This August saw the culmination of Bonanza Creek (BNZ) Long Term Ecological Research (LTER)’s newest effort to foster collaborations between the arts, humanities, and ecological sciences, with a visual and literary art exhibit entitled Trophic Cascades.
Ten competitively selected literary and visual artists were encouraged to create original work that expressed essential ideas about the complex webs of interdependence among animals (including humans), plants, and ecosystems, and the cascading effects of predator removal. By linking scientific concepts to the arts and humanities, the participants of Trophic Cascades hope to foster new social and ecological dialogues.
During the summer of 2012, artists and scientists participated in a series of field trips to learn about, observe, and discuss predator-prey-ecosystem interactions in interior Alaska. Participating artists spent three days in Denali National Park and Preserve and one day at Bonanza Creek, where they went into the field with local scientists, including experts on wolves, lynx, snowshoe hares, predatory birds and boreal forest ecosystem ecology. Participating BNZ scientists included Roger Ruess, Knut Kielland, Jamie Hollingsworth, Teresa Hollingsworth, and Mary Beth Leigh.
Postdoctoral researcher Lissy Goralnik (Andrews Forest LTER) attended the opening of the Trophic Cascades exhibit and interviewed participating artists and scientists for her work on arts and humanities inquiry emerging across the LTER network. This work is supported by an LTER Network Office Cross-site Synthesis grant to Principal Investigator (PI) Michael Nelson (AND) and Co-PIs Fred Swanson (AND) and Mary Beth Leigh (BNZ).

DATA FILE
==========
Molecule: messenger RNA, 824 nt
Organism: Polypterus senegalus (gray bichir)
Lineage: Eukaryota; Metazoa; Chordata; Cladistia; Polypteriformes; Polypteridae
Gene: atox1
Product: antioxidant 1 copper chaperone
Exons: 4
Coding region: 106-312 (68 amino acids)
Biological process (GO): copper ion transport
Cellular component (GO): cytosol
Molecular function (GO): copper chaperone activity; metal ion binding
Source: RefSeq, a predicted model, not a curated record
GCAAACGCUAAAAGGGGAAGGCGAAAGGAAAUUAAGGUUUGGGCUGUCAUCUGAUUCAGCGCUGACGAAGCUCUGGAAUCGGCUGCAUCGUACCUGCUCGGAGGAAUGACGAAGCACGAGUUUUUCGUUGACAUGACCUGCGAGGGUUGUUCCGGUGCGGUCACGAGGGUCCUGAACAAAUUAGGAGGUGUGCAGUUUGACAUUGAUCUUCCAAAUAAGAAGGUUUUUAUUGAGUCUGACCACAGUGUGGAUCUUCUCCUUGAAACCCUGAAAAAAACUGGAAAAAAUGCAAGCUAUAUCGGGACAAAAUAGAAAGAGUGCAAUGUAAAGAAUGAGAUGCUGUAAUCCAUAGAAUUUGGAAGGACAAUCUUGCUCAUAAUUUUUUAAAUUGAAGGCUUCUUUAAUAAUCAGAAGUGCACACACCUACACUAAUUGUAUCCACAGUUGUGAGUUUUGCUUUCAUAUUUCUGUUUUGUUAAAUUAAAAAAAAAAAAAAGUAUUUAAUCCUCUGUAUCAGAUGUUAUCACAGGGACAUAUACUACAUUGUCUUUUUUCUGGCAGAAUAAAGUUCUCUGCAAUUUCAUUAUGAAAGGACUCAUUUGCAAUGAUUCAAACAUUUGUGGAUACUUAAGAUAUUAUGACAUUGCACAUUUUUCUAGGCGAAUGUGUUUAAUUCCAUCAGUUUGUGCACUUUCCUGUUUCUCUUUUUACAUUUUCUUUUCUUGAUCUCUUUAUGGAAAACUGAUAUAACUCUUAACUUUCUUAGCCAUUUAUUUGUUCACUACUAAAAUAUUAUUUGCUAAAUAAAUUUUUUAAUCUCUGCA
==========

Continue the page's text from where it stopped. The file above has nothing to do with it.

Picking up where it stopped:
Trophic Cascades events included a month long visual art and literary exhibit, and an evening of literary readings and Alaska Native storytelling at the Bear Gallery in Fairbanks, a free public gallery operated by the Fairbanks Arts Association. A record 1,820 visitors viewed the exhibit from August 2-21, 2013, exceeding the attendance of all four previous BNZ arts and humanities events–all part of the program, In a Time of Change–combined. Audience perception data was collected to document observers’ experiences with the exhibit and attitudes about predators to better understand the impacts on the public of art, humanities, and science collaborations.
In a Time of Change is a BNZ-sponsored program encouraging visual, literary and performing artists to integrate artistic and scientific insights in creative, attractive, and accessible styles. Founded in 2008 by BNZ in partnership with Fairbanks citizens, In a Time of Change recognizes that art and science collaborations can engage people at the intellectual, intuitive and emotional levels, and can strengthen humans’ understanding of and appreciation for the environments and ecosystems in which they live. Trophic Cascades is the fifth In a Time of Change project.
The project was curated by Ariel Thomasson and Karin Franzen and produced and directed by Mary Beth Leigh, a BNZ microbial ecologist. Funding and in-kind support was provided by BNZ, the National Science Foundation, Denali National Park and Preserve, the Murie Science and Learning Center, Alaska Geographic, the Fairbanks Arts Association, the University of Alaska Fairbanks, and UAF’s Institute of Arctic Biology.
For more information, visit the Trophic Cascades website at https://sites.google.com/a/alaska.edu/itoc-trophic-cascades/